“… delighted in the natural broken ground, and in the fresh air of the place … Here also he swam his paper boats on the ponds, and delighted to play with my children…”
Hunt was returning to his home in the Vale of Health one evening after having been to the opera when he heard a woman shrieking and a man’s voice coming from within his house. The woman’s voice was that of a lady, whom Shelley had found lying:
“… near the top of the hill, in fits. It was a fierce winter night, with snow upon the ground; and winter loses nothing of its fierceness in Hampstead. My friend, always the promptest and the most pitying on these occasions, knocked on the first house he could reach, in order to have the woman taken in.”
Shelley’s request was turned down. Hunt continued:
“The poor woman was in convulsions; her son, a young man, lamenting over her. At last my friend sees a carriage driving up to a house at a little distance. The knock is given; the warm door opens; servants and lights pour forth…”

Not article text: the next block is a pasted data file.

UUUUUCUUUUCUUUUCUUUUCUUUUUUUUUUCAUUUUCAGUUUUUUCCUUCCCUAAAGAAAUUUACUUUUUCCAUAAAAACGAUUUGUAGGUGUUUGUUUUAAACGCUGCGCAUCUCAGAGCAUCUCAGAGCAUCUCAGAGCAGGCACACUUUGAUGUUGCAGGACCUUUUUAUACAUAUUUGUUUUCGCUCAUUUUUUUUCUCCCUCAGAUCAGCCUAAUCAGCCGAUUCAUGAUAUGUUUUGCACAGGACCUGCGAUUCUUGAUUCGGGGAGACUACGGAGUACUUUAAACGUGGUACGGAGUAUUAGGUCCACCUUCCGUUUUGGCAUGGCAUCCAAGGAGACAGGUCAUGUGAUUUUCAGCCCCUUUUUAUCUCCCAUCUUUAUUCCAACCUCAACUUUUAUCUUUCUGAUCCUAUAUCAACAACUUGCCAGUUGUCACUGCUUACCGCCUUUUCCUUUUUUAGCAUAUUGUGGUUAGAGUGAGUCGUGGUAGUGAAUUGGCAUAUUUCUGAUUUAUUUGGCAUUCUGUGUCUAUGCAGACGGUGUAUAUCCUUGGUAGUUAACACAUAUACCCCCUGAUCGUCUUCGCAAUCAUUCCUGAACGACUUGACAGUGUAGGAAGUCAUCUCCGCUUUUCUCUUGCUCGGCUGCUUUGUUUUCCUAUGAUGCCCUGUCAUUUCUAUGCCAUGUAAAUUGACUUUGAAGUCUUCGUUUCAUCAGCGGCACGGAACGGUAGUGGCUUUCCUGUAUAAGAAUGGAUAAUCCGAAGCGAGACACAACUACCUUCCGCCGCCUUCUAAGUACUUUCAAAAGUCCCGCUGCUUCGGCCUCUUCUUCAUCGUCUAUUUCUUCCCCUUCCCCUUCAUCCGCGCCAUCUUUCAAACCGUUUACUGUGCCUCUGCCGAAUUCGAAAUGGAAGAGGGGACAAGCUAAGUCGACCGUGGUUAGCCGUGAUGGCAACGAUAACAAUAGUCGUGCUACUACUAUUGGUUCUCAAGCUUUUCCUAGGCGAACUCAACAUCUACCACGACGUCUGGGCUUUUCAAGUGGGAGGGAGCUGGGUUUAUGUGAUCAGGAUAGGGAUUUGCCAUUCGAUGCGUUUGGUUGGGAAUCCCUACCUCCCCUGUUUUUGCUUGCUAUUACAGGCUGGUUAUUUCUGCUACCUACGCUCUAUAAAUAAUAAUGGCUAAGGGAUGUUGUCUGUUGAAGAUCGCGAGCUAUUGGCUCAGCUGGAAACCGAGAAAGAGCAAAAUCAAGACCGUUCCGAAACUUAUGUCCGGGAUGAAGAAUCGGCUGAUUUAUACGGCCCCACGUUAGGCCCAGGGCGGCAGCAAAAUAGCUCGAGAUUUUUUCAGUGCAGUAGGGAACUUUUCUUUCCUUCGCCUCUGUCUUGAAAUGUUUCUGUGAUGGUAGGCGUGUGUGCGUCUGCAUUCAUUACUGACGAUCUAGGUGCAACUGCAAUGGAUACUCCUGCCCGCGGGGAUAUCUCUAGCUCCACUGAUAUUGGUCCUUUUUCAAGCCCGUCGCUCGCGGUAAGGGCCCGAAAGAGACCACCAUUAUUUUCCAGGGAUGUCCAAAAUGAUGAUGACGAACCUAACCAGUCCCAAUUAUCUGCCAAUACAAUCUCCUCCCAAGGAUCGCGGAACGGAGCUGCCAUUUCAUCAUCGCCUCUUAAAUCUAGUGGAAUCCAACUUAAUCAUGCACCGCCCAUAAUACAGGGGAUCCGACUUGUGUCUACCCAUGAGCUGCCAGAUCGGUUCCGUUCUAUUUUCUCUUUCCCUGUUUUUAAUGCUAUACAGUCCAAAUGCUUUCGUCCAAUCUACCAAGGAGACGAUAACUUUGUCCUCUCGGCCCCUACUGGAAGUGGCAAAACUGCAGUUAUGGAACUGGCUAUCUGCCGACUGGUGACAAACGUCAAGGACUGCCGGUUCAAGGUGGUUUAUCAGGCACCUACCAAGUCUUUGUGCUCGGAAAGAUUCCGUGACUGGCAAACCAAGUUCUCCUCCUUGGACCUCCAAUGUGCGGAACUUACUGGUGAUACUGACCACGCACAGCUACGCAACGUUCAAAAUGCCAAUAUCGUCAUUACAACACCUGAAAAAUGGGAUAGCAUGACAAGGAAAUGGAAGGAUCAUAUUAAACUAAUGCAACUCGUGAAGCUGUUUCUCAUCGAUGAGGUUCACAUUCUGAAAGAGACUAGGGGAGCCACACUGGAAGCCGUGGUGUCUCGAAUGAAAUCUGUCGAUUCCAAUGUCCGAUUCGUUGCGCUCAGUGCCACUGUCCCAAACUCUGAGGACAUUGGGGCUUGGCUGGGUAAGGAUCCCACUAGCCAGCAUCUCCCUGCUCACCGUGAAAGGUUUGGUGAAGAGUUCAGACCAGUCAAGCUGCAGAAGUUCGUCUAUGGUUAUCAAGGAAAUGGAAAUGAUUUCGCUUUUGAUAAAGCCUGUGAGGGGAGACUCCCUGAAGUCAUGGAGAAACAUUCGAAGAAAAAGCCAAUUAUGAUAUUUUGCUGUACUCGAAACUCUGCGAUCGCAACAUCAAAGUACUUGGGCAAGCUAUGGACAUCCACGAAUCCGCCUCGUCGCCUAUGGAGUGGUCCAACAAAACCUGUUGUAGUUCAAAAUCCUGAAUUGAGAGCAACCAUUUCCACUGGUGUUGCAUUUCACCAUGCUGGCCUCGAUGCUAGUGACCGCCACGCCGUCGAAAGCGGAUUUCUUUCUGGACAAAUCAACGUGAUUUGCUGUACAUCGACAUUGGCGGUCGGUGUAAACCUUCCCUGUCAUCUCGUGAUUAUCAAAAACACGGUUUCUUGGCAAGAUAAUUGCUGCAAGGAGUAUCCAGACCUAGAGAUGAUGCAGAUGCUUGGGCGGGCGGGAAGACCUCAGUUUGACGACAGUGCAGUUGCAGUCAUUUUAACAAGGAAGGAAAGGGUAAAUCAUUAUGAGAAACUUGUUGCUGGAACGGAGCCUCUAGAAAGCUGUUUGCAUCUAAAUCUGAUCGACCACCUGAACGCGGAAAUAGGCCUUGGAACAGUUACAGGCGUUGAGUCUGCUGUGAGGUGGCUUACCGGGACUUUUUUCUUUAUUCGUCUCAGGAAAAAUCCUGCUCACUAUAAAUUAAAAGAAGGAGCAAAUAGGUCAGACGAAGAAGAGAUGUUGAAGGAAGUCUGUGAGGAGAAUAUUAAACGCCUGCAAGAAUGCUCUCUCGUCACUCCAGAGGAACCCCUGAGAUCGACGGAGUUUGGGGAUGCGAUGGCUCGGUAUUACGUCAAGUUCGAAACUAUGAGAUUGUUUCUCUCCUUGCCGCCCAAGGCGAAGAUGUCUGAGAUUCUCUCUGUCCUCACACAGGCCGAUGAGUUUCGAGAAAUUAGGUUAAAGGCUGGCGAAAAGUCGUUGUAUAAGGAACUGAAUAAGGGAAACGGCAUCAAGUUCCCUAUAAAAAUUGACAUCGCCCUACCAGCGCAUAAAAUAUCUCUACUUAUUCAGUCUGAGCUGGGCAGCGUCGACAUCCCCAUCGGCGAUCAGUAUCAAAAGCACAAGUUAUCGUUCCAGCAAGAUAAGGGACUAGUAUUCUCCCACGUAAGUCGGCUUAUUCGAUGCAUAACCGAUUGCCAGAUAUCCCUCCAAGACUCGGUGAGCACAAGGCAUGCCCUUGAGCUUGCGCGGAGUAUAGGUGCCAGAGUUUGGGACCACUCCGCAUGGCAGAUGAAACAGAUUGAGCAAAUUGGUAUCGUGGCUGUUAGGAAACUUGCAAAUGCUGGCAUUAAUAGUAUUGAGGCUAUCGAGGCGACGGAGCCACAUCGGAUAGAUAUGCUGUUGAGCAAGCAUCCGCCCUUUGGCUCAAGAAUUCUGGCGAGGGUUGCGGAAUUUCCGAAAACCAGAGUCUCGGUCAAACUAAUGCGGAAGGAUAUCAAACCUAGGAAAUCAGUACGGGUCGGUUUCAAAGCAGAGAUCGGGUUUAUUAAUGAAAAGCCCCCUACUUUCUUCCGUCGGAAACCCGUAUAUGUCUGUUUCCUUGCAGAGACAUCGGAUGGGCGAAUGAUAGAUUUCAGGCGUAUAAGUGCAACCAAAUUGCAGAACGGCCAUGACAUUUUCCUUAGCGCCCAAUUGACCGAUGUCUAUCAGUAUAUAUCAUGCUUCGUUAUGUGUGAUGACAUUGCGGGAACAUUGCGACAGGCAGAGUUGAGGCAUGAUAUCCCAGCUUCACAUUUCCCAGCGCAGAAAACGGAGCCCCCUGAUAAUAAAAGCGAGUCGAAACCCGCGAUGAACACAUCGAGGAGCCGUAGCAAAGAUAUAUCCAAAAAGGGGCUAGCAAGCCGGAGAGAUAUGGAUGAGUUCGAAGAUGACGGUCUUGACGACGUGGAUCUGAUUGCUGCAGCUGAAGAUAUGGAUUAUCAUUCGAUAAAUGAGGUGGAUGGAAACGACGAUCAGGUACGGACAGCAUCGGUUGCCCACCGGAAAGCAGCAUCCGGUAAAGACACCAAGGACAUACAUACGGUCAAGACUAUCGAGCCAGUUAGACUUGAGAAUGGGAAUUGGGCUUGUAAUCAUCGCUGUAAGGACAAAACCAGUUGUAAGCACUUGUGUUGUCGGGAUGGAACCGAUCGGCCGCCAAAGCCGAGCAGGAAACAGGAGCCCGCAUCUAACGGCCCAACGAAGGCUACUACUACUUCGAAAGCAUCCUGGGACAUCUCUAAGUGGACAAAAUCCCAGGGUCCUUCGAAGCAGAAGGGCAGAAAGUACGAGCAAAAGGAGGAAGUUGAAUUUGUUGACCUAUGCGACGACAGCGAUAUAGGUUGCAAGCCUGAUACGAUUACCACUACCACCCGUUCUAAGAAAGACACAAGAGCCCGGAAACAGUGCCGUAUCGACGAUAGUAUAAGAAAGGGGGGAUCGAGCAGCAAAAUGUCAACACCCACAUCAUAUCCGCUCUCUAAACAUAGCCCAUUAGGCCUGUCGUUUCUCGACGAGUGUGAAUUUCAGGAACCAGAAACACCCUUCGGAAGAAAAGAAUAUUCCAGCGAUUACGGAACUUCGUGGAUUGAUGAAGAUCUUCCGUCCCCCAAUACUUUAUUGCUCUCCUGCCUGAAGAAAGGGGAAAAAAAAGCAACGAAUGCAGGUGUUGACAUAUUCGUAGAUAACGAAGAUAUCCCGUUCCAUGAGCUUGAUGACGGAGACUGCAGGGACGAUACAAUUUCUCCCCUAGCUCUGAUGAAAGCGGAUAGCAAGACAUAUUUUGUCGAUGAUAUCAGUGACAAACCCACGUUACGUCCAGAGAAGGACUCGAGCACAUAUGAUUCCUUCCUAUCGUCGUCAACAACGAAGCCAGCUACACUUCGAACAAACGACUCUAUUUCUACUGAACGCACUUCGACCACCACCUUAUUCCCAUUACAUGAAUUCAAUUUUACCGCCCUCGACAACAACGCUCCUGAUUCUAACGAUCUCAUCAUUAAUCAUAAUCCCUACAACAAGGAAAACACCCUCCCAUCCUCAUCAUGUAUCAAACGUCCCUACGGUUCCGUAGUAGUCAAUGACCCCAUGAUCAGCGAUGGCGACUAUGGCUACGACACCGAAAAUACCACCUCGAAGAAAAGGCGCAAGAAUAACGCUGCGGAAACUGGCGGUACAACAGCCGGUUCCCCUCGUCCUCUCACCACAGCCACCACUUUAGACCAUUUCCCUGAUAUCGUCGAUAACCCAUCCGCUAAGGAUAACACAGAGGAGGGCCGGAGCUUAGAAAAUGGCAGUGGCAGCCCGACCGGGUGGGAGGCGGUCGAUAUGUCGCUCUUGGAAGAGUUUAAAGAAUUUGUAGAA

And Shelley asks for help employing the voice:
“… which anybody might recognise for that of the highest gentleman as well as of an interesting individual …”
He relates his story to the elderly gentleman emerging from his carriage and asks whether he will go and see the distressed female. The passenger replies:
“No, sir; there’s no necessity for that sort of thing, depend on it. Impostors swarm everywhere: the thing cannot be done; sir, your conduct is extraordinary.”
To which Shelley replied to the astonishment of the man who refused to provide assistance: